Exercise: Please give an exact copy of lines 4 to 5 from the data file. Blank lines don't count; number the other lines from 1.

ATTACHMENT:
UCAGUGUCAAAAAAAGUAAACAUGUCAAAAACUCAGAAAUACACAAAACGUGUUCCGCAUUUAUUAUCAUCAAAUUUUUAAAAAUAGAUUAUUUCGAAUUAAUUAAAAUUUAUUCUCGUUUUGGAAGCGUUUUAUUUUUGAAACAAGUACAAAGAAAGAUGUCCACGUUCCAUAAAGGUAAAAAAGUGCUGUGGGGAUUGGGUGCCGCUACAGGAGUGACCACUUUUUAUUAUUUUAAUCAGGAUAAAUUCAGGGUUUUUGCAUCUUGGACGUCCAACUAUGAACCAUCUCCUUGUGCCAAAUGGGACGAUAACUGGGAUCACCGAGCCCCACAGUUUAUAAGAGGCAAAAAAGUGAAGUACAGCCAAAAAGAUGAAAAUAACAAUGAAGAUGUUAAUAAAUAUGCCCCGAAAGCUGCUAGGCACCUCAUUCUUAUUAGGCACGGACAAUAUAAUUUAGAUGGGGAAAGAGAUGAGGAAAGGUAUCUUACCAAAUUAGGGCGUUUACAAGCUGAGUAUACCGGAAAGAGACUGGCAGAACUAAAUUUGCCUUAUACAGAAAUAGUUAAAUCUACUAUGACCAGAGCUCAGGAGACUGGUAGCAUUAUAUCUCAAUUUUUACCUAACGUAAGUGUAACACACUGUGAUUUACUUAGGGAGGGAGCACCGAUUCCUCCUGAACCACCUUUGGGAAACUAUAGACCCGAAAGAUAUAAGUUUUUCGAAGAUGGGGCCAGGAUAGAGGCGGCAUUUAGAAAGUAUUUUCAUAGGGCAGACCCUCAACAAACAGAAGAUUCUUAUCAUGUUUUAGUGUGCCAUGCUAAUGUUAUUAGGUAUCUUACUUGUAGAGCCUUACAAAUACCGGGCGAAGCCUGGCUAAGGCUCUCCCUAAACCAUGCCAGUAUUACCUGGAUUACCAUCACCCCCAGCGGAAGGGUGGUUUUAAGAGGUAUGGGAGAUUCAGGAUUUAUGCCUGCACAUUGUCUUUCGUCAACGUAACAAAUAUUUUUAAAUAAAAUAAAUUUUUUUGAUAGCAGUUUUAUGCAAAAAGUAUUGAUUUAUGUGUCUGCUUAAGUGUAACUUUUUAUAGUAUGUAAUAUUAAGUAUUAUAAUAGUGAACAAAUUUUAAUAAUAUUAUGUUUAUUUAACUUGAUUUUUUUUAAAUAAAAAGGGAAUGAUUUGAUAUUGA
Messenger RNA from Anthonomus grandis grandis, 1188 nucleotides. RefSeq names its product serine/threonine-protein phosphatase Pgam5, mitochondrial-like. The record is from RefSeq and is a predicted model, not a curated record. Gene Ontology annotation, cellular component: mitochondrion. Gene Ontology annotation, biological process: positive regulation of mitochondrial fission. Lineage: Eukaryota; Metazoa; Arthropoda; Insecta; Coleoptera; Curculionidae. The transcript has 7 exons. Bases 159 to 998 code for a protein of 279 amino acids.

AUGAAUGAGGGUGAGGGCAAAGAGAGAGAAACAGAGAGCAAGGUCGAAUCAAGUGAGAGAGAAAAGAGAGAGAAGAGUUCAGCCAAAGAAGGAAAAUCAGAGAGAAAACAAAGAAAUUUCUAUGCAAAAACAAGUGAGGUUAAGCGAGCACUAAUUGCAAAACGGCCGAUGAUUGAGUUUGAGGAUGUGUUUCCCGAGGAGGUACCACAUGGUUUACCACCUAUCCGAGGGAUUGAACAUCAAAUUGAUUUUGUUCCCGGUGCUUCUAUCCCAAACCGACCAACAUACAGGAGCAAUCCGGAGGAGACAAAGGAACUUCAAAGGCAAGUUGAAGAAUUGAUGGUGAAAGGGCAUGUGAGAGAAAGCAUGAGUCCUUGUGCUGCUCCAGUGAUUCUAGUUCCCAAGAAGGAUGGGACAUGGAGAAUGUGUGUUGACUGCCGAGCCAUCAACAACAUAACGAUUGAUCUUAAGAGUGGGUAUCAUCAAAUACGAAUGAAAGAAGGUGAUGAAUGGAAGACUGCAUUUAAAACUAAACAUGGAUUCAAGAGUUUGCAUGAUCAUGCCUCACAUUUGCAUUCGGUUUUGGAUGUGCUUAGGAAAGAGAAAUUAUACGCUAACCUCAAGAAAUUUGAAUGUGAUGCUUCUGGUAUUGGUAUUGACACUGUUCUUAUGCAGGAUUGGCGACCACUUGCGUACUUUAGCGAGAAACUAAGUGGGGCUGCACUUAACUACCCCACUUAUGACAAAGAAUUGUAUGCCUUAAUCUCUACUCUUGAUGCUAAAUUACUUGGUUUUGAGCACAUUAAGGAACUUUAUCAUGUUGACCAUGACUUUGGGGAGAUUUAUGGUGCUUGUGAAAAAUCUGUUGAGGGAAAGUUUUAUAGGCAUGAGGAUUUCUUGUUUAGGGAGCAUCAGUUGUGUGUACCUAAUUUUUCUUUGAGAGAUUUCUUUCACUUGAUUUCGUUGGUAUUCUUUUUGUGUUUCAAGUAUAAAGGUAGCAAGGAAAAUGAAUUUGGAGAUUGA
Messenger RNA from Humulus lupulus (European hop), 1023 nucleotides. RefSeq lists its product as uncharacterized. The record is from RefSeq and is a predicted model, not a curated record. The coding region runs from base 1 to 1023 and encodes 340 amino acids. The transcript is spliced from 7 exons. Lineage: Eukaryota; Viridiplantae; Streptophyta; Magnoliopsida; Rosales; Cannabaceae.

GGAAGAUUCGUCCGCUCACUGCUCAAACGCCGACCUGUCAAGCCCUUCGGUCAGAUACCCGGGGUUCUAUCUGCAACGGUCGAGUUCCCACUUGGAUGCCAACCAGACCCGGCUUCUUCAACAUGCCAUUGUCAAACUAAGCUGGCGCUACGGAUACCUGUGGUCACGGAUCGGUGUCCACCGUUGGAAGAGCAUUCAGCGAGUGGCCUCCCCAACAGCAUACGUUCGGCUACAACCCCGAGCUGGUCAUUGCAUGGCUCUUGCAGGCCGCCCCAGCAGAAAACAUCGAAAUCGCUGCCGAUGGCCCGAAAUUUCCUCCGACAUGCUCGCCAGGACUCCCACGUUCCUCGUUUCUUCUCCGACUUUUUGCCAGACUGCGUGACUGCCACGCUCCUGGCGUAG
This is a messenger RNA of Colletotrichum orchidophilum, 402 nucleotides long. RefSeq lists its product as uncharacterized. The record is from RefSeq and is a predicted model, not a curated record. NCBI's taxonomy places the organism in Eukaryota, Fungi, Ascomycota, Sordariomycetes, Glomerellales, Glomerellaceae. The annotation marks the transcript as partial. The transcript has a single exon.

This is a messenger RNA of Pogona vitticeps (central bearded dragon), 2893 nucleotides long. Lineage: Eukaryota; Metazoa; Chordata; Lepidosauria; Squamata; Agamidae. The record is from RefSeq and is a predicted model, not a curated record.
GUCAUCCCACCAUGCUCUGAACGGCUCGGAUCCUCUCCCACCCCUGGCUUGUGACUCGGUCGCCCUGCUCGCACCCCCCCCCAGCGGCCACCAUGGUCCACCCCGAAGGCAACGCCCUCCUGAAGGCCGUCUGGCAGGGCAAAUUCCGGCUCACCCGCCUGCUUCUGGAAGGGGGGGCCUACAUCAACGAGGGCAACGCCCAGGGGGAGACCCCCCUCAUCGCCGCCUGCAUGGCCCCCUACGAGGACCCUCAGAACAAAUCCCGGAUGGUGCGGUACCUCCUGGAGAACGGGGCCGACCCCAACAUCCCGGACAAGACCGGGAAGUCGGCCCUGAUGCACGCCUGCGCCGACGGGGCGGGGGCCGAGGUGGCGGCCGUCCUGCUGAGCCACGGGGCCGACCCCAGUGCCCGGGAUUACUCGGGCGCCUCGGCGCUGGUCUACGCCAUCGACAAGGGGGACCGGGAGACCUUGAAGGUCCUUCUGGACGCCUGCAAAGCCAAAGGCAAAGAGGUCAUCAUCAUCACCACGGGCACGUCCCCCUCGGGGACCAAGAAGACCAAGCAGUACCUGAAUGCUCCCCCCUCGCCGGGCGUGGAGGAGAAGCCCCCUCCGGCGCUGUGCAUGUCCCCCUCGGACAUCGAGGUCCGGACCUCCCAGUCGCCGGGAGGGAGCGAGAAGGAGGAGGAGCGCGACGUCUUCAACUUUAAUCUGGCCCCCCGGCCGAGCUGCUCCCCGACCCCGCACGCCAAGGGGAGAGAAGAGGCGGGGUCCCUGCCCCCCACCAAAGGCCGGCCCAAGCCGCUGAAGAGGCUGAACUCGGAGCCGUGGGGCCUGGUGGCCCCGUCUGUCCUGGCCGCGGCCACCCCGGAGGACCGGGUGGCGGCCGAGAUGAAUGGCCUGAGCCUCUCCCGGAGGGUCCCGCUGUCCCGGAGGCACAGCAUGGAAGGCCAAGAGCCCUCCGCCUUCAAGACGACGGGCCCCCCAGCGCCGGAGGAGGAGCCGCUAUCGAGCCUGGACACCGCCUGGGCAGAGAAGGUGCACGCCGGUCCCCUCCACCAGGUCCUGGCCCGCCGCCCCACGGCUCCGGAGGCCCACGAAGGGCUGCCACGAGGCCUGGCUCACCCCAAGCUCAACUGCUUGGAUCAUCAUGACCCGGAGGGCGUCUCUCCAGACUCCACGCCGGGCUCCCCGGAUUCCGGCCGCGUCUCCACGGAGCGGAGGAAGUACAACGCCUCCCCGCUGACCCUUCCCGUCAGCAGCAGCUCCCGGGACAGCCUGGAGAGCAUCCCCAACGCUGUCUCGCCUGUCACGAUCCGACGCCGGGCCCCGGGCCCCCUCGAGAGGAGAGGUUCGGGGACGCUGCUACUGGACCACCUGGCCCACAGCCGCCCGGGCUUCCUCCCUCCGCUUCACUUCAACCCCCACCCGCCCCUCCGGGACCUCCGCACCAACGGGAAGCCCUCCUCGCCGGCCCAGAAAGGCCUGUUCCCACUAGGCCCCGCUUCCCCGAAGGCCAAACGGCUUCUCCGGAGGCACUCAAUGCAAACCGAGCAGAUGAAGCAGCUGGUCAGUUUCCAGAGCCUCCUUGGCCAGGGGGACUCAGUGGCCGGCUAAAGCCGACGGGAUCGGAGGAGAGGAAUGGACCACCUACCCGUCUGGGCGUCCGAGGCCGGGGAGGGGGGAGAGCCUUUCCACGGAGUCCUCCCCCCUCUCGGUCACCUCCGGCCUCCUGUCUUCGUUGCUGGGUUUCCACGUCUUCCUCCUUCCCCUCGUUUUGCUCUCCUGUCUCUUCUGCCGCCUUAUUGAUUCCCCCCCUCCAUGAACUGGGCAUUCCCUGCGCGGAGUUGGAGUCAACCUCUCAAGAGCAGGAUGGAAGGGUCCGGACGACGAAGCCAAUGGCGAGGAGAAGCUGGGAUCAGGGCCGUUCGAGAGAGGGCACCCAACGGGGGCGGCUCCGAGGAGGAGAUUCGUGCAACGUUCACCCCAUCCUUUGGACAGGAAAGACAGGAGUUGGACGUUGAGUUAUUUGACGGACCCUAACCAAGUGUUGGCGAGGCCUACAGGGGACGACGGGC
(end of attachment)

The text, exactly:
Messenger RNA from Humulus lupulus (European hop), 1023 nucleotides. RefSeq lists its product as uncharacterized. The record is from RefSeq and is a predicted model, not a curated record. The coding region runs from base 1 to 1023 and encodes 340 amino acids. The transcript is spliced from 7 exons. Lineage: Eukaryota; Viridiplantae; Streptophyta; Magnoliopsida; Rosales; Cannabaceae.

GGAAGAUUCGUCCGCUCACUGCUCAAACGCCGACCUGUCAAGCCCUUCGGUCAGAUACCCGGGGUUCUAUCUGCAACGGUCGAGUUCCCACUUGGAUGCCAACCAGACCCGGCUUCUUCAACAUGCCAUUGUCAAACUAAGCUGGCGCUACGGAUACCUGUGGUCACGGAUCGGUGUCCACCGUUGGAAGAGCAUUCAGCGAGUGGCCUCCCCAACAGCAUACGUUCGGCUACAACCCCGAGCUGGUCAUUGCAUGGCUCUUGCAGGCCGCCCCAGCAGAAAACAUCGAAAUCGCUGCCGAUGGCCCGAAAUUUCCUCCGACAUGCUCGCCAGGACUCCCACGUUCCUCGUUUCUUCUCCGACUUUUUGCCAGACUGCGUGACUGCCACGCUCCUGGCGUAG